Air It Out: A Carpeting and Flooring Strategy for Success

Air It Out: A Carpeting and Flooring Strategy for Success

Schools installing carpet or flooring should allow enough time for odors and potentially hazardous chemicals from the materials to dissipate.

Summer is a good time for many education institutions to install or replace flooring materials. Facilities are more likely to be empty, or lightly used, so workers can carry out their tasks with minimal conflicts. In addition, several weeks of sparsely filled buildings provide enough time for schools to let the volatile organic compounds (VOCs) and odors emitted from new flooring to dissipate and not worsen indoor air quality.

The U.S. Environmental Protection Agency says flooring materials—carpets, carpet padding, floor tiles—as well as sealants and adhesives used to install the flooring, may “off-gas” potentially hazardous chemicals into learning spaces. Exposure to these substances may threaten the health of students and staff.

So schools and universities should be vigilant about minimizing exposure to VOCs by selecting low-VOC products and by making sure they air out facilities sufficiently after flooring has been installed.

“It is important to select products whose emissions are low and the least hazardous or offensive,” the EPA’s Tools for Schools program states.

But selecting low VOC-emitting materials is not enough to ward off contamination from flooring. Facility managers should make sure that the installation schedule includes enough time to air out the spaces where carpets or floors have been laid.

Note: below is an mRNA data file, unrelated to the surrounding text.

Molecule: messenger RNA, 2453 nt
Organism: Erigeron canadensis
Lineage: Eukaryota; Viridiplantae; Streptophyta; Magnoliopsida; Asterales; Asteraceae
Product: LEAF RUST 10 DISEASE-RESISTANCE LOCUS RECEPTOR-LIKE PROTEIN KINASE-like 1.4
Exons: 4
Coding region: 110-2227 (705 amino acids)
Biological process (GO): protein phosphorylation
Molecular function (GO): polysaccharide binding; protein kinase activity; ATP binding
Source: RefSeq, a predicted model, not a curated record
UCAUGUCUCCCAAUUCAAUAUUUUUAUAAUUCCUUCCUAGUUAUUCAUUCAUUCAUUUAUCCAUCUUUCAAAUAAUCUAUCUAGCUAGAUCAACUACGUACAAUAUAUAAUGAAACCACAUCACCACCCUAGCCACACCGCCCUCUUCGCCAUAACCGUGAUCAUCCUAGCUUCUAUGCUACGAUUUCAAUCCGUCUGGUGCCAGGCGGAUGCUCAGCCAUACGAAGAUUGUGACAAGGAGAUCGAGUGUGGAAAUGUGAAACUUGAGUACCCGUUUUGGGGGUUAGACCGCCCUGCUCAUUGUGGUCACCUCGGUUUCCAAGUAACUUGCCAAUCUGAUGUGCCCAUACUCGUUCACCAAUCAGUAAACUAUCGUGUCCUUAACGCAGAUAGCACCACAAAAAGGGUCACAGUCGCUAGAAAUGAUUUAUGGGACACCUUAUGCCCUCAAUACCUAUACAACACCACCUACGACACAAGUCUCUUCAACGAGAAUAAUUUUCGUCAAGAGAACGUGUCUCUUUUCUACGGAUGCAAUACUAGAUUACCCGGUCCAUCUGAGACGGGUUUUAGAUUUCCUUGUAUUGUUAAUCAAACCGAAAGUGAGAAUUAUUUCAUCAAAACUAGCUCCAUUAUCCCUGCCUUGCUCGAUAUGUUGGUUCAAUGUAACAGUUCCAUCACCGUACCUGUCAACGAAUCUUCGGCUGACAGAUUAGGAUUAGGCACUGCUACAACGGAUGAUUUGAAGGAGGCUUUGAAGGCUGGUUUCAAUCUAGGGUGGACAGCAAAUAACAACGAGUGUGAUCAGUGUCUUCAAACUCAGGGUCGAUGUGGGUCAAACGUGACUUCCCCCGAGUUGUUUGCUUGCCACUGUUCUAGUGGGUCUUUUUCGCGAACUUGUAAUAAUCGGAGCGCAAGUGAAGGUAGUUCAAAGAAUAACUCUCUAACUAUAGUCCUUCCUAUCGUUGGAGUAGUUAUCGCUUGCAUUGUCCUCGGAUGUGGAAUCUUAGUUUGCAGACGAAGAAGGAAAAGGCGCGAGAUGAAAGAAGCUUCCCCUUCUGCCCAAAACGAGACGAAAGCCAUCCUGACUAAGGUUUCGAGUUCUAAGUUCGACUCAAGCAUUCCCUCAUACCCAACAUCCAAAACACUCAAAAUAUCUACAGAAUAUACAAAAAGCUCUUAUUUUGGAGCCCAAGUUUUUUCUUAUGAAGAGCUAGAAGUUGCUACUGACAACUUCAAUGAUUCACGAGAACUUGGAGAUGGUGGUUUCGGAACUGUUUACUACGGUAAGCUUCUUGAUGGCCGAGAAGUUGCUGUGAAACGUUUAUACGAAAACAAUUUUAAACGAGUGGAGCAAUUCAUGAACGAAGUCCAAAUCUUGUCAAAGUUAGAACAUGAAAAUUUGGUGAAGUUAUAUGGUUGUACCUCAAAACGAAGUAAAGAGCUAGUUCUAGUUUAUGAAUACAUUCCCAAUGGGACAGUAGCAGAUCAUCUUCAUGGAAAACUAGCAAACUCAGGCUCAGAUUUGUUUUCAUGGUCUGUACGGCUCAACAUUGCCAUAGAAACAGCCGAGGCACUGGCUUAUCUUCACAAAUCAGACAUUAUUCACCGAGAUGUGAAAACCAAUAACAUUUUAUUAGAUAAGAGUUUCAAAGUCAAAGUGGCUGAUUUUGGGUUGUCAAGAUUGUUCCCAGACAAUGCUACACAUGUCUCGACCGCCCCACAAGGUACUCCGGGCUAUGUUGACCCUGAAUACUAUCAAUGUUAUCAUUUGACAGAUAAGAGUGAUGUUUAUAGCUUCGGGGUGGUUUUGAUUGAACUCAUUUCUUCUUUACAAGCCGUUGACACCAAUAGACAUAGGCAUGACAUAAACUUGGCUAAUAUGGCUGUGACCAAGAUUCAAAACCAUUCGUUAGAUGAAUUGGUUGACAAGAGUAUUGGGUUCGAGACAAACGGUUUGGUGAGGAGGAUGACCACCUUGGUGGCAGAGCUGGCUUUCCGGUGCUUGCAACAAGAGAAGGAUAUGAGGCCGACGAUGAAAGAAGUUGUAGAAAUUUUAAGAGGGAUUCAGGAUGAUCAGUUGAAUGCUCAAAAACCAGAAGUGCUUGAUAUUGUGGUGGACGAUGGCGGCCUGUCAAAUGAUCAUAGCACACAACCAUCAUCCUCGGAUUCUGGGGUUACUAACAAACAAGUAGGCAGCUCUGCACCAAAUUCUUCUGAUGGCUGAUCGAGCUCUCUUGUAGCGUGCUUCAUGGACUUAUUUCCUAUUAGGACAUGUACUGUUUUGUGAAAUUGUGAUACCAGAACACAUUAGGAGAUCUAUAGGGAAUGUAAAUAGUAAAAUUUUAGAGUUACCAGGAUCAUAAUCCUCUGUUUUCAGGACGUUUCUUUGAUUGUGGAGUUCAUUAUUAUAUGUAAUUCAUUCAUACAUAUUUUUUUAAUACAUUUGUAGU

“VOC emissions are generally highest immediately after a new product is installed or a finish is applied, but emissions may continue for days, weeks, or months,” says the U.S. Department of Energy’s Best Practices Manual for High Performance Schools.

The EPA recommends airing out spaces where carpet or resilient flooring has been installed for a minimum of 72 hours. Carpet installation should take place only when the facility is not in use, except for a small installation where the space can be exhausted directly to the outdoors.

If a school facility does not have the time and space to sufficiently air out a carpet, facility managers might consider asking the supplier to unroll and air out carpet in a clean, dry warehouse before bringing it into a building for installation.

The Best Practices manual, noting that emission rates are affected by ventilation conditions, indoor temperature and humidity says schools should consider even lengthier airing-out periods.

“The length of the required venting period depends on the amount of surface covered, as well as the volatility and toxicity of the finish,” the manual states.

The manual recommends that prior to completion of a school construction project, it should be “flushed out with 100 percent outside air for about 15 calendar days, or as long as possible, to remove any remaining odor and VOCs.”

VOCs may contaminate not only the air in a school facility, but chemicals and odors emitted from flooring may contaminate other materials in a school. The Best Practices Manual urges schools should take steps during facility upgrades to protect fleecy and absorbent surfaces, such as carpets, wall coverings, window coverings, and ceiling tiles, from VOC emission.

“Even better,” the manual recommends, “construction work should be sequenced so that soft and/or porous materials are installed after VOC-emitting materials, finishes, or sealants have had a chance to ‘off-gas.’ Otherwise, emitted chemicals will be absorbed by porous surfaces, increasing the time required to clear the chemicals from the building.”

After flooring material has been installed, schools still should be on guard against introducing VOCs or other contaminants into a learning space. That means supplies chosen to clean and maintain floor surfaces should have minimal VOC emissions.

Mike Kennedy is the staff writer for American School & University.

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